The Vulgate Genesis and St. Jerome’s Attitudes to Women
Equally in God’s Image: Women in the Middle Ages, Edited, Julia Bolton Holloway, Joan Bechtold, Constance S. Wright(Peter Lang, 1990)
Much has been written about Jerome’s attitudes to women as expressed in his letters and pamphlets, and it has not gone unnoticed that his exegesis contains anti-feminist material. To quote from David Wiesen’s work, St Jerome as a Satirist:
The major vehicles of Jerome’s propaganda were his letters and polemical works. When composing his biblical commentaries, however, he naturally found it difficult to suppress entirely thoughts of those causes for which he was simultaneously campaigning in his other works. Satiric comments, therefore, intended to promote such causes, frequently obtrude themselves incongruously into his exegesis.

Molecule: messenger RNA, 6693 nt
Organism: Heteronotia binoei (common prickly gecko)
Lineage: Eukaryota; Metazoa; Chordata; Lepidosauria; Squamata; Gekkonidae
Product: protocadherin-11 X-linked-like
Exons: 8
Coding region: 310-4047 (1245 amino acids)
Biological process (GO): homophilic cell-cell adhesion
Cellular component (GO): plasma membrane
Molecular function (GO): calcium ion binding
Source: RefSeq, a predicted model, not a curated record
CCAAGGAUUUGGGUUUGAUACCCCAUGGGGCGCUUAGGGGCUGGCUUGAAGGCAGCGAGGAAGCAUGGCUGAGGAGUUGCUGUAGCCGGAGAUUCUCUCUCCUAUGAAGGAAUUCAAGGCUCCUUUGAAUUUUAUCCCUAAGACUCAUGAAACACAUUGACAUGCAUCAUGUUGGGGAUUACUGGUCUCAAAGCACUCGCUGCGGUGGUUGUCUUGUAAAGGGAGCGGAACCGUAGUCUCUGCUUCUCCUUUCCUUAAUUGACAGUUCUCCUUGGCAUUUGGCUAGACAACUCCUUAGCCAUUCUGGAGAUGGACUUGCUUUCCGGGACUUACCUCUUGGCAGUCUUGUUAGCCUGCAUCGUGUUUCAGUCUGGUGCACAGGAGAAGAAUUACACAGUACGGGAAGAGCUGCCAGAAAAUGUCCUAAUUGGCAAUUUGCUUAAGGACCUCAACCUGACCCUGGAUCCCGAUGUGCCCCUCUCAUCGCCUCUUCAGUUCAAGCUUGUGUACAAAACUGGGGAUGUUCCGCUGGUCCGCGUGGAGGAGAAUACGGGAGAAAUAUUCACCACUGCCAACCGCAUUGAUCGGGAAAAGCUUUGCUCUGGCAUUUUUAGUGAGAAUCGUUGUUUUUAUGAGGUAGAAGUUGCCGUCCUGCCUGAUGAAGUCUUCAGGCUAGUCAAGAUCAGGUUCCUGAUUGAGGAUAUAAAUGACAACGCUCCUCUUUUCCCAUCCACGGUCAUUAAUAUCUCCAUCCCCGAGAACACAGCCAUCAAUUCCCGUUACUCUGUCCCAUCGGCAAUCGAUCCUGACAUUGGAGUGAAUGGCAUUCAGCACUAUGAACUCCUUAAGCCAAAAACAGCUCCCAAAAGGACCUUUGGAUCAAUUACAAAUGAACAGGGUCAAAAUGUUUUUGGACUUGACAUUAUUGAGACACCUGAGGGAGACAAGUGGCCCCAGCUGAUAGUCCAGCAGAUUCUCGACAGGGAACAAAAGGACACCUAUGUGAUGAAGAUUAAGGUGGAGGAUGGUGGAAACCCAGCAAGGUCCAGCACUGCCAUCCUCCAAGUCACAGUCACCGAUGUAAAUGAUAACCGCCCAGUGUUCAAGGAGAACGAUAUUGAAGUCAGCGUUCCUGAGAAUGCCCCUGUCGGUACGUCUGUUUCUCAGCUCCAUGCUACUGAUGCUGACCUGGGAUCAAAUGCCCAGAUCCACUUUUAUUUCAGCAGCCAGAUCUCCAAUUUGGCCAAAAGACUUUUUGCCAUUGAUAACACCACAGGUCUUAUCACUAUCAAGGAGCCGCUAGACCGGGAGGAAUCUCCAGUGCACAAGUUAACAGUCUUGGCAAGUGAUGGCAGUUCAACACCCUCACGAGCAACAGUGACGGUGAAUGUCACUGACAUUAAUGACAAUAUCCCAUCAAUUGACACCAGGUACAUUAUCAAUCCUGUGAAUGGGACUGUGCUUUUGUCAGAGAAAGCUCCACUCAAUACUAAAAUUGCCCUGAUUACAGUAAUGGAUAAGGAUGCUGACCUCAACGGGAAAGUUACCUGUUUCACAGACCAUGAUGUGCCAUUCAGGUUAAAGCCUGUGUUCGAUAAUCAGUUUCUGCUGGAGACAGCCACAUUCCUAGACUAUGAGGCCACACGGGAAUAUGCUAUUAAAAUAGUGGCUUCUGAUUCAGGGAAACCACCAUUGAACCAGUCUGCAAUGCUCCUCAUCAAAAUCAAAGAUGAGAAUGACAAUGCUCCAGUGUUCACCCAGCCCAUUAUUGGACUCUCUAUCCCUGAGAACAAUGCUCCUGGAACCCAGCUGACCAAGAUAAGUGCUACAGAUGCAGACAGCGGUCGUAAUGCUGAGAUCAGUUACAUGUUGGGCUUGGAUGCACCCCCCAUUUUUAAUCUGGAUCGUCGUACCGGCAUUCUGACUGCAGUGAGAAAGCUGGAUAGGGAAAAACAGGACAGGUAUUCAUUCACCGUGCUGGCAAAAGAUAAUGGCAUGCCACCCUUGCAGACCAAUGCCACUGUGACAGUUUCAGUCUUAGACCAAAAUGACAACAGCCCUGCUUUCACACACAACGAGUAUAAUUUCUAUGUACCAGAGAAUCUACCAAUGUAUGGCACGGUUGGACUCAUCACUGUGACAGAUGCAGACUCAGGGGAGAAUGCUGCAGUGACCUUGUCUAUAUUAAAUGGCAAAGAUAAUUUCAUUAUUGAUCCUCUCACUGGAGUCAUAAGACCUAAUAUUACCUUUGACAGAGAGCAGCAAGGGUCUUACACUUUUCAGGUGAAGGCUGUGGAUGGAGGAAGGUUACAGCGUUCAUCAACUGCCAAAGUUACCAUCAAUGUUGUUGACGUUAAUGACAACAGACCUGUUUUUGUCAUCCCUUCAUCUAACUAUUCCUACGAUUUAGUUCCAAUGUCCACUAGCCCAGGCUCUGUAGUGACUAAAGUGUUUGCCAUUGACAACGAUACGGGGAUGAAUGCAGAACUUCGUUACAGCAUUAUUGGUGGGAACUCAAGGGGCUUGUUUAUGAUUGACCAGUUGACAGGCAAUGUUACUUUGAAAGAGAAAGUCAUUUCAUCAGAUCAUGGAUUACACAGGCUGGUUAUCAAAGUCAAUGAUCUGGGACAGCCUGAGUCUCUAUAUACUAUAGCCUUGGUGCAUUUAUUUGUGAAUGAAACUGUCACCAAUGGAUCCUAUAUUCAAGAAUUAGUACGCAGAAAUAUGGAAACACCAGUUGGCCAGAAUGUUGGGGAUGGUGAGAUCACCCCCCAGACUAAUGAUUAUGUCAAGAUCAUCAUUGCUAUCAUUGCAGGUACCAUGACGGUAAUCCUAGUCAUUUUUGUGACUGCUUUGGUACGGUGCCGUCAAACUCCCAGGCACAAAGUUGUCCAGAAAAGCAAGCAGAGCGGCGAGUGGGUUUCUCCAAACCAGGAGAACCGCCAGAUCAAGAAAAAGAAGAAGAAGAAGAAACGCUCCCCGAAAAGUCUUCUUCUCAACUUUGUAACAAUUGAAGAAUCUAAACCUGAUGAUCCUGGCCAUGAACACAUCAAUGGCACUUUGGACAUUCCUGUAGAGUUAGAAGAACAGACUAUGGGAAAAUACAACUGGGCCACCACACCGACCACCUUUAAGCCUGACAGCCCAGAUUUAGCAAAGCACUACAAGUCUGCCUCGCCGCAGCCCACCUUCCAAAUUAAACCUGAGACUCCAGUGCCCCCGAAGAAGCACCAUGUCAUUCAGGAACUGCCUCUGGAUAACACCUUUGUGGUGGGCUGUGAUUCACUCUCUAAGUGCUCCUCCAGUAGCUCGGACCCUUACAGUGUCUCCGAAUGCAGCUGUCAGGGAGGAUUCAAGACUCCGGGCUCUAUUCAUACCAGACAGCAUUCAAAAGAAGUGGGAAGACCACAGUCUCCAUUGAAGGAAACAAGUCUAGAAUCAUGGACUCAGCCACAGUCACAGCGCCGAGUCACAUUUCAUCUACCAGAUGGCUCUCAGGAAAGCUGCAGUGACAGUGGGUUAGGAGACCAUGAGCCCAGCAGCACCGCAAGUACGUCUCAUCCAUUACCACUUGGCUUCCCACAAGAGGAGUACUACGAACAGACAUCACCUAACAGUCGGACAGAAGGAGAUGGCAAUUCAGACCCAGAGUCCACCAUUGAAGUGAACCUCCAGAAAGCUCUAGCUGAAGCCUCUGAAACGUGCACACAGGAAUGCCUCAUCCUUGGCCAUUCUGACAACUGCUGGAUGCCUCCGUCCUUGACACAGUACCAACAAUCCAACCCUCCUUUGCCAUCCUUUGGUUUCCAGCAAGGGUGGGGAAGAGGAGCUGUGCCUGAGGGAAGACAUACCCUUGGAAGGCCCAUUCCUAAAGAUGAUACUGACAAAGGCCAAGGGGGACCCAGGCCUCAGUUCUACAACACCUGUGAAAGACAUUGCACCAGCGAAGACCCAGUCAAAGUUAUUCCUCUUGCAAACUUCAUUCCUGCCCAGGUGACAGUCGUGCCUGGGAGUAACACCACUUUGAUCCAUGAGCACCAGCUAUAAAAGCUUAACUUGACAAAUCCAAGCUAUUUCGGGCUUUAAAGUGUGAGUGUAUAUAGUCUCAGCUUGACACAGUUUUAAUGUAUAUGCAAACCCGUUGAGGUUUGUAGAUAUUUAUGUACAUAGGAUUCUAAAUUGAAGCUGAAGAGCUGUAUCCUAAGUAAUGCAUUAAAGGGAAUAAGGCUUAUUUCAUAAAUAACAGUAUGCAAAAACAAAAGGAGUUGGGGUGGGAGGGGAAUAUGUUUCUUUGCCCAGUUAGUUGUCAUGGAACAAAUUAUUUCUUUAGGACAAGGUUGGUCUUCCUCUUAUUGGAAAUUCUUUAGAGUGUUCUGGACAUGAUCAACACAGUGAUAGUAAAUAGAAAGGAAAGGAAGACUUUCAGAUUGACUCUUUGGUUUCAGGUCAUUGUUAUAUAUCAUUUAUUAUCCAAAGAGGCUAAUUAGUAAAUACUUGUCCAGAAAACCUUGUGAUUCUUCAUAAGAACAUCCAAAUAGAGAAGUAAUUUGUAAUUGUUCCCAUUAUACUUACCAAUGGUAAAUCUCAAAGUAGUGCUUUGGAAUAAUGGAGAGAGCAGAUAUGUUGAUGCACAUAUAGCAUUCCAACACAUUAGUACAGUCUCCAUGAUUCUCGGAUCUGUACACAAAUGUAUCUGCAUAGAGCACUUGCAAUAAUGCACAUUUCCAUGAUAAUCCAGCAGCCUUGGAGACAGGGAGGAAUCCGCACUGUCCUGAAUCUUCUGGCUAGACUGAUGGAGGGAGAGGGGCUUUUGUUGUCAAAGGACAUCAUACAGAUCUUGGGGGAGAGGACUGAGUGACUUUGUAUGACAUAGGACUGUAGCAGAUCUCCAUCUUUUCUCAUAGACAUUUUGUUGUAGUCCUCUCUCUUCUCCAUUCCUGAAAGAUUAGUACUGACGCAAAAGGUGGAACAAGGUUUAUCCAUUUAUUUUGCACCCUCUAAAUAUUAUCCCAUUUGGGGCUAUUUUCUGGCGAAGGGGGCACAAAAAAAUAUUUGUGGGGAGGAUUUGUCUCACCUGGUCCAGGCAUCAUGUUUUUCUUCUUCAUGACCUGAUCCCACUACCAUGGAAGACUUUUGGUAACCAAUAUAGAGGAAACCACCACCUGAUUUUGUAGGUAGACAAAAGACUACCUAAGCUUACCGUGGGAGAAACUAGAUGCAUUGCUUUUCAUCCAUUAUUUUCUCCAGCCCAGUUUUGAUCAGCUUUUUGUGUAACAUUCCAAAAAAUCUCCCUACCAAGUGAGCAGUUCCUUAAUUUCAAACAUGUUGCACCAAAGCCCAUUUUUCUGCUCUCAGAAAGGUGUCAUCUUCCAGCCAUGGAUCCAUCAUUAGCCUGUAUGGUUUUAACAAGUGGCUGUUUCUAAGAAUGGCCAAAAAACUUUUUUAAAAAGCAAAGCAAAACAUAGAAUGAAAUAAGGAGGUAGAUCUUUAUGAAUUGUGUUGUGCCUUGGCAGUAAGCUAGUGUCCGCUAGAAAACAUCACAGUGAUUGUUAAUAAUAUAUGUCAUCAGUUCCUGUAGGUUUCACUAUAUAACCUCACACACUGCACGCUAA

Wiesen then goes on to quote examples of “profound anti-feminism” in Jerome’s commentary on Isaiah. I would like to carry this argument a stage further and to suggest that Jerome’s attitudes to women were such a powerful and all-pervasive influence upon him that the accuracy of his Vulgate translation itself has been affected.